Horizon said the legislation has the backing of key businesses, business organizations, and trade associations, including the US Chamber of Commerce, the National Retail Federation, the American Association of Port Authorities, and the Waterfront Coalition.

Old Dominion buys Priority Freight Lines

Old Dominion Freight Line Inc. (NASDAQ:ODFL) Apr 17 announced a definitive agreement to purchase selected assets of Priority Freight Lines, headquartered in Sumner, WA.

Priority Freight Lines produced revenues of approximately $17mn for the year ended Dec 31, 2006, through its network of eight owned and leased service centers located in Washington, Oregon, Idaho, and Utah, said Old Dominion.

Old Dominion plans to operate three of these service centers — located in Yakima and Pasco, WA, and Medford, OR — and consolidate the remainder of Priority’s operations with its existing network of 184 service centers. Old Dominion expects to complete the transaction by the end of April 2007.

Earl E. Congdon, chairman and CEO of Old Dominion, remarked that Priority Freight Lines is a “well-run company” with a strong franchise in its four-state market.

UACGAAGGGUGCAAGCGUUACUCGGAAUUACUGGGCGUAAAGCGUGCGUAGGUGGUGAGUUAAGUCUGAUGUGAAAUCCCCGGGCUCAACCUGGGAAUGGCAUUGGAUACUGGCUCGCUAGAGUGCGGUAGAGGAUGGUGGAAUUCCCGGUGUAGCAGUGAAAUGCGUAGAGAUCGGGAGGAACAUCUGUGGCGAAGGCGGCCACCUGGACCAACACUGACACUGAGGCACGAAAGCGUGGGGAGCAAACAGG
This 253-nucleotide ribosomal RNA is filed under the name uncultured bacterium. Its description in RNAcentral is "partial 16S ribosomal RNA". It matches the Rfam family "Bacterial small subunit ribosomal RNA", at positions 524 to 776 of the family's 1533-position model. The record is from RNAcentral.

“With this acquisition,” Congdon said, “we will launch full-state coverage in Washington, our 38th state, and enhance our direct coverage in Oregon. This transaction is in keeping with our focus of expanding and improving our multi-regional and inter-regional network.”

Brownie points for green logistics

The Japanese government plans to introduce an "eco-point" system by the end of 2007 to encourage companies to make their logistics services more environmentally friendly.

Designed as part of ongoing efforts to reduce carbon dioxide emissions, the program will be overseen by the Green Logistics Partnership Conference, an organization established by trade groups and government ministries.

Transport companies will receive eco-points when, for example, they use trains or ships instead of trucks, or make deliveries at non-peak hours to avoid heavy traffic.

The government is considering introducing a system in which transport firms that have accumulated a certain amount of points receive preference in bids for state projects or in being chosen for state subsidies.